Largest living baobab tree (volume)
Sagole Big Tree
414 cubic metre(s)
South Africa (Masisi)

Baobabs (Adansonia) are distinctive trees with incredibly large trunks. They can store tremendous amounts of water, as their trunks noticeably swell during the rainy season. The African baobab (A. digitata) has a vast range throughout the arid parts of Africa; six additional species are native to the Indian Ocean island of Madagascar, off south-east Africa; and an eighth species is native to north-west Australia. The largest known living baobab is the Sagole Big Tree, a specimen of A. digitata located in Masisi, Vhembe, South Africa, near the border with Zimbabwe. Based on its most recent measurements, Sagole has an extremely large base that covers 60.6 m² (652.3 sq ft), a height of 19.8 m (64 ft 11.5 in) and a total wood and bark volume of 414 m³ (14,620 cu ft). Its aboveground dry mass is estimated to be 54 tonnes (60 US tons).

Until 2018, the largest living baobab was the sacred Tsitakakoike Baobab, a specimen of the endangered species Adansonia grandidieri, which grew near Andombiro in the Ambiky Forest of south-west Madagascar. The incredibly stout and compact tree had a cylindrical trunk with a base that covered 59.6 m² (641.5 sq ft), a height of 14.6 m (47 ft 10.8 in) and a total volume of 455 m³ (16,068 cu ft) - 380 m³ (13,420 cu ft) of which was trunk and 75 m³ (2,648 cu ft) of which was canopy. It partially broke and collapsed in February 2018 leaving about 40% of the tree still standing, but this was expected to also collapse soon after.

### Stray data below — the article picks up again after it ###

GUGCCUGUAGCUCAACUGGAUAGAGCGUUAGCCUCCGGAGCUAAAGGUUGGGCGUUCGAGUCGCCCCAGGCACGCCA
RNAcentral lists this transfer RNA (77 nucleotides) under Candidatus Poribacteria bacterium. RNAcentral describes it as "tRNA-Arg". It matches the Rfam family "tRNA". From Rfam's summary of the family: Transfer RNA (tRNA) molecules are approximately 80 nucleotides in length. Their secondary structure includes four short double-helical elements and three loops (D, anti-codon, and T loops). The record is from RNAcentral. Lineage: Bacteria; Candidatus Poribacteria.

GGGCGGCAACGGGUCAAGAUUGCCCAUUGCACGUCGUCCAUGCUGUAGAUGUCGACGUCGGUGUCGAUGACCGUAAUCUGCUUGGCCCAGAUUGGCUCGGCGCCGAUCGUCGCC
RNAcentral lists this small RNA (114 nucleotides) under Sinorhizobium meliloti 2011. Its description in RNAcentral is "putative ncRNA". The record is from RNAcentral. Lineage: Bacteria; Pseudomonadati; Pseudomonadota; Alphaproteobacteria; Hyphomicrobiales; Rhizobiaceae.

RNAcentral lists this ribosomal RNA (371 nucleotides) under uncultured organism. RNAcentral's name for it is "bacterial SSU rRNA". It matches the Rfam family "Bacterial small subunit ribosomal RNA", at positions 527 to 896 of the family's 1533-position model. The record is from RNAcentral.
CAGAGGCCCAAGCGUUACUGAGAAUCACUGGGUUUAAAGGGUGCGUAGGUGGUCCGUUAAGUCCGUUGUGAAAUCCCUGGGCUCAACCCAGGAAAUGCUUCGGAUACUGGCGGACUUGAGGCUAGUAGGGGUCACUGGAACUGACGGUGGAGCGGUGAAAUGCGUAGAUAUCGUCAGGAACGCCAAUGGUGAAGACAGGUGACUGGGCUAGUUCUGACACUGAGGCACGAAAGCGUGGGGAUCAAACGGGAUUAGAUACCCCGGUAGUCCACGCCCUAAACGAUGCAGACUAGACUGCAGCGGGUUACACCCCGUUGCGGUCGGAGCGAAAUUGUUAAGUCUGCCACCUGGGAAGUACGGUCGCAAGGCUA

An even larger African baobab tree (A. digitata) alive during the 21st century was the Platland/Sunland Tree of Modjadjiskloof, South Africa, with a base of 67.9 m² (730.9 sq ft), height of 18.9 m (62 ft) and a total wood and bark volume of 448 m³ (15,821 cu ft). Unfortunately, a large portion of the Platland Tree collapsed and died in 2016, leaving the Sagole Big Tree to claim the top spot.

Baobabs have among the lightest wood for any tree. Balsa wood is well known to model aeroplane makers as one of the lightest and softest woods, with a wood density that averages around 0.15 g/cm³, yet baobab wood is even lighter, averaging 0.13 g/cm³. As a result, the aboveground dry mass of the Platland baobab was estimated at only 58 tonnes (64 US tons) and about 59 tonnes (65 US tons) for Tsitakakoike. In terms of mass, giant gum trees (<i>Eucalyptus</i>) of Australia are the largest hardwood trees.

The Sagole Big Tree has been carbon-dated to 800 years old, the Platland Tree to 1,100 years and Tsitakakoike to 1,270 years.